Previously, I hinted that I was going to add some chickens to our flock. I’d met a woman at the Master Naturalist Christmas party named Cindy Vek, who told me all about her chicken farm, Bird and Bee Farm, between Rockdale and scenic Milano, Texas. I was intrigued.
So, yesterday, Mandi and I fired up the big, black pickup and headed over there, first stopping at Tractor Supply for the supplies I’d needed earlier.
I’m always grateful for map apps. It sure makes finding places way in the middle of the country easier. After a drive through some really pretty Milam County countryside, we found the place, conveniently labeled, as you can see from the first photo.
The Raising Chickens for Dummies book told me that coops of free-range chickens need to be cleaned out every six months to a year, and since I couldn’t remember the last time anyone cleaned it, I decided now is the time.
Besides, the massacre appears to be over, egg production up, and I was thinking about enlarging the flock.
My original plan was to replace all the nest box material, but we couldn’t get any straw yesterday. So, instead I cleaned off all the roosting areas and obviously soiled bedding.
Then I spent an hour raking up sticks and shards of glass in the chicken run. Y’all, there is a serious glass issue in there. Also pieces of crockery. Sara says that they’d gotten rid of all of it when they lived in the cabin next to the chickens. I’m pretty sure the next renters did, too.
As it rains and the chickens peck, more glass comes to the surface. The chickens don’t eat it, but it looks bad.
As I raked and stuffed the mess into two huge feed bags, I pondered why people of the past would just throw bottles out like that.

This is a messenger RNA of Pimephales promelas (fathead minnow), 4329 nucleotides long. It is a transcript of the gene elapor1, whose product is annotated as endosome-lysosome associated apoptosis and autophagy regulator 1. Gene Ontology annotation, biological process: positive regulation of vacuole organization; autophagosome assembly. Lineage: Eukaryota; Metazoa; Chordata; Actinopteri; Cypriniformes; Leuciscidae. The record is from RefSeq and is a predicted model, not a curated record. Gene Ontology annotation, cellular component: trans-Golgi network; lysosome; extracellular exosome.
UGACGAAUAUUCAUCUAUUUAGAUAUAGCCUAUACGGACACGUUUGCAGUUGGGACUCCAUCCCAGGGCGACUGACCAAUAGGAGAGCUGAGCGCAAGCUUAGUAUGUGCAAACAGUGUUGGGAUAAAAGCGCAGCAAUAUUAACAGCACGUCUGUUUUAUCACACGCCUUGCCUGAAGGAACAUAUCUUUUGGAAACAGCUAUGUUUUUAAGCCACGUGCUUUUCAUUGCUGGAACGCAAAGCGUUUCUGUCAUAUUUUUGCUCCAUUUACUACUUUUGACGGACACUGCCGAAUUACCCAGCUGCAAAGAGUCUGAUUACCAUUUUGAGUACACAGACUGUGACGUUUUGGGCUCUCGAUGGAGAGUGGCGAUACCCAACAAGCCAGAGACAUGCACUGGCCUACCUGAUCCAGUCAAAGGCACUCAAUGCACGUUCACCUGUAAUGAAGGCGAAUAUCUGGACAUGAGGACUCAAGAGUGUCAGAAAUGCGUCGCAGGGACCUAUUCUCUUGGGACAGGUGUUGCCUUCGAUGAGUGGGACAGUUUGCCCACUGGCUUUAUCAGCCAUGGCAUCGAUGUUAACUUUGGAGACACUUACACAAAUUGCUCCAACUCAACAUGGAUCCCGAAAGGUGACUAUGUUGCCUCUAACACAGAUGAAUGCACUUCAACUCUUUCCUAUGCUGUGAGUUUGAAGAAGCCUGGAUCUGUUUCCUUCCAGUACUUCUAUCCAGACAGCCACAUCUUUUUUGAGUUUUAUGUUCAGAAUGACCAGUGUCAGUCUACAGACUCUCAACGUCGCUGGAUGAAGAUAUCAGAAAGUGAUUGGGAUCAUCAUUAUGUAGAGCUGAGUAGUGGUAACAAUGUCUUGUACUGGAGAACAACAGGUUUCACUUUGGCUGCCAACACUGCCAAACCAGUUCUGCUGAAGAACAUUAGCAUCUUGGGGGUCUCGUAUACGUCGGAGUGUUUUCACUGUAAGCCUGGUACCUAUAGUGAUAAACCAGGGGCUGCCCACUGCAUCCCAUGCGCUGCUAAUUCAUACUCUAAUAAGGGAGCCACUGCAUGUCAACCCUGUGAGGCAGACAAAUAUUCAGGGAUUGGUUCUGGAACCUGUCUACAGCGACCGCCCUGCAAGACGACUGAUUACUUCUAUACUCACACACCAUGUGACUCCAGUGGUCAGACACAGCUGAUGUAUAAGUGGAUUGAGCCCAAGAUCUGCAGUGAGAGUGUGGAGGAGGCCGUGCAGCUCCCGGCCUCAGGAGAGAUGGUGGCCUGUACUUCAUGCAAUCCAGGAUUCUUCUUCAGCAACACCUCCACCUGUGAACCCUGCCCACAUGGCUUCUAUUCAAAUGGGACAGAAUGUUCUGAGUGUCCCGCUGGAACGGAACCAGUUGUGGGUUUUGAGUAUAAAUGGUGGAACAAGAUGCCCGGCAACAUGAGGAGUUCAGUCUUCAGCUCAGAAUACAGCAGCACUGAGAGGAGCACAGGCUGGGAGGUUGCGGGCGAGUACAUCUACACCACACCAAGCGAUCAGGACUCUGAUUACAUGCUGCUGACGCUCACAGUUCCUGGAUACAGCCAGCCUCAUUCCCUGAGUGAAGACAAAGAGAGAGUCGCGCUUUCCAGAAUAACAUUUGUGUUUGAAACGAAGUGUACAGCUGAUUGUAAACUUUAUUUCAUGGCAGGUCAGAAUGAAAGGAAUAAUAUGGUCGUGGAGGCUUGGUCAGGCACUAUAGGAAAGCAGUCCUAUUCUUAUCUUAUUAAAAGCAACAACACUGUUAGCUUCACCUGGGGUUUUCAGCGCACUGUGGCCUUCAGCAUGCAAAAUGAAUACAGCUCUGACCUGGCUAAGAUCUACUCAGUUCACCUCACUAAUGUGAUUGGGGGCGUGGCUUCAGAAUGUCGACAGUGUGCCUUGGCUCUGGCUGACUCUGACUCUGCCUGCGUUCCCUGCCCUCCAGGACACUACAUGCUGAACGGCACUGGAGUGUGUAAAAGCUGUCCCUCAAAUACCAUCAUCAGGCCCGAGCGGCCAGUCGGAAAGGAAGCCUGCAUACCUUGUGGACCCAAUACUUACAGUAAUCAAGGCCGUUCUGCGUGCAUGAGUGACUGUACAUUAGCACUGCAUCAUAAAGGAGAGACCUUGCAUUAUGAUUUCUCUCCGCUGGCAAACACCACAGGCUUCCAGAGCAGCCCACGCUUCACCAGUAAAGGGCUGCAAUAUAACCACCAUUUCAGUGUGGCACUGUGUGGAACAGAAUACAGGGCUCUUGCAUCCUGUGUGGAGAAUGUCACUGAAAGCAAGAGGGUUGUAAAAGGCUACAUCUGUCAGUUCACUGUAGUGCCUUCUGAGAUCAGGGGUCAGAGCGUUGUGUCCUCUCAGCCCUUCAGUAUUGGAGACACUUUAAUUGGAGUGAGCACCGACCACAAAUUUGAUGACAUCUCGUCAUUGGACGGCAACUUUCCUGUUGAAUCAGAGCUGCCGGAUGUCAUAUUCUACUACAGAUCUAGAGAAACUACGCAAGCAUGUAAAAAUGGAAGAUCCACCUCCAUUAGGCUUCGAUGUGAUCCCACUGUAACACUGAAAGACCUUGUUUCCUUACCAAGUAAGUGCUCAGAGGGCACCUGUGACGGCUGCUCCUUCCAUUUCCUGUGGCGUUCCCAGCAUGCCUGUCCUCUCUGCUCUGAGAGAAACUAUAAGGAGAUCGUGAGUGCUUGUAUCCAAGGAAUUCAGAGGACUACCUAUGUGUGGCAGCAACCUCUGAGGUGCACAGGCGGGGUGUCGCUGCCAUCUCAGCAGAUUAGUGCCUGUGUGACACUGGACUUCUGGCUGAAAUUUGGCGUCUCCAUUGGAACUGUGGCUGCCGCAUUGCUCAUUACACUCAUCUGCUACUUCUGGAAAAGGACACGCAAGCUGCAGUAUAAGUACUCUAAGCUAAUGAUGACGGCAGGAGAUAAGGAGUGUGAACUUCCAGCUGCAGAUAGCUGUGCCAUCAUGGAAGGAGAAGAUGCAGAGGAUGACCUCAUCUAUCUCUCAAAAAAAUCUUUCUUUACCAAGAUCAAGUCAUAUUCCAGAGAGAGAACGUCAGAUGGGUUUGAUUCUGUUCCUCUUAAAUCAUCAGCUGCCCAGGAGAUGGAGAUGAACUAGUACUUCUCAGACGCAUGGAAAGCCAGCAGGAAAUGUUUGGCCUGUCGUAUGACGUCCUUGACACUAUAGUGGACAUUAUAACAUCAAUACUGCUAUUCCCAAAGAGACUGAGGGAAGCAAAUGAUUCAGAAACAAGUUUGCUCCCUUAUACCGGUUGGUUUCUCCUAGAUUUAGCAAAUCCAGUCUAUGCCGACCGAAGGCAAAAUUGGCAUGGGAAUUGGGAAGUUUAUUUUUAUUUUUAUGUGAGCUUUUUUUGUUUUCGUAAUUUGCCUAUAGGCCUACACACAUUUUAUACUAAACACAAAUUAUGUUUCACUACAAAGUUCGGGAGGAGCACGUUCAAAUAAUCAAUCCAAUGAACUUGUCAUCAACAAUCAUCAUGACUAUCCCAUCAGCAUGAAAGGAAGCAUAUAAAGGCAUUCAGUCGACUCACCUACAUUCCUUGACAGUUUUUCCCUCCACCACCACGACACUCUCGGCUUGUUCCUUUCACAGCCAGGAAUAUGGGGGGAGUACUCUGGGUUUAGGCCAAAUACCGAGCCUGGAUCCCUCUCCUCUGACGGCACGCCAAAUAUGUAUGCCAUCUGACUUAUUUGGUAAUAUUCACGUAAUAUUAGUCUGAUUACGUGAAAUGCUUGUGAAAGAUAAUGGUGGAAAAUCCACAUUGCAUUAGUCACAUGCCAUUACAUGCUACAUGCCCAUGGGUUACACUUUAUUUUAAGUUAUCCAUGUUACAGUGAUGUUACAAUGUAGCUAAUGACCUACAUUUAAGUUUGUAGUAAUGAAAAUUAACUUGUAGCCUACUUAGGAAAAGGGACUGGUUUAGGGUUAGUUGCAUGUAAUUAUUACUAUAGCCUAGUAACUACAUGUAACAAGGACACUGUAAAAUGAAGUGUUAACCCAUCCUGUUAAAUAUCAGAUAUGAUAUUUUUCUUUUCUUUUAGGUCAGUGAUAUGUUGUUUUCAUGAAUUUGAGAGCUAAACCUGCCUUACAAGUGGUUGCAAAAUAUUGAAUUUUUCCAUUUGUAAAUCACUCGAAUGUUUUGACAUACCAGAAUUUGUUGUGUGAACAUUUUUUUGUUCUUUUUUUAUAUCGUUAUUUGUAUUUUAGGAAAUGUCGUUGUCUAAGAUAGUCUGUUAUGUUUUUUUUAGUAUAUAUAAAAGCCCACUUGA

This is how you know I’m not from around here. It suddenly dawned on me that Elaine Laywell, who used to own this ranch when it was much bigger, told me they’d used the cabin as a hunting cabin.
Well, heck! The hunters probably sat around and lined up bottles and crocks for target practice! There’s probably hundreds more shattered bottles in there.
So, we’re setting a bucket outside the chicken yard, and all of us chicken caregivers will pick up a few pieces every day.
We got bedding in Rockdale today, so we will replace the old stuff tomorrow. Egg-ward and upward!
First of all, I’d like to sincerely thank all of you who have said such kind and supportive things to Mandi after yesterday’s post about Sweetie. I know she feels the love from all of you. And I mean ALL of you. Her post and the one about Brody getting hurt are the two most-read posts since I started this blog. Close behind came dead chickens. Hmm. I sense a theme.
So, here you go, something on both injured dogs AND dead chickens. Something for everybody, huh?
I guess you can tell from my tone that this isn’t all that horrible. Like Mandi said yesterday, when you live out in the country, you see life and death every day. I think it gets you a better perspective; we all are going to go sometime, for some reason, so let’s appreciate what we have now. Platitudes, maybe, but true.
Chickens can be funny
We did have another chicken loss this week. It was really hot, then really cold, and I guess if a chicken had to die of natural causes, the cold time is probably better. Poor little Ameracauna was just sitting on her nest. Sara thinks she was eggbound or had some other issue. At least nothing ate her, and it was peaceful. Poor dear.
I mentioned that the egg production had ramped up, but it had settled to four a day, which isn’t many for the number of chickens we had. As we were dealing with the dead chicken, Tyler, who lives in the cabin by the coop, came out. I said feel free to take a few eggs now, since we have enough for at least our community. He said, “Oh, I’ve been finding them in a weird place lately…oh my gosh!” He had turned to the shelves outside his door and found SEVEN eggs from a brown hen on the top shelf. Someone found a nice, warm roost. So, yesterday, everybody got some eggs!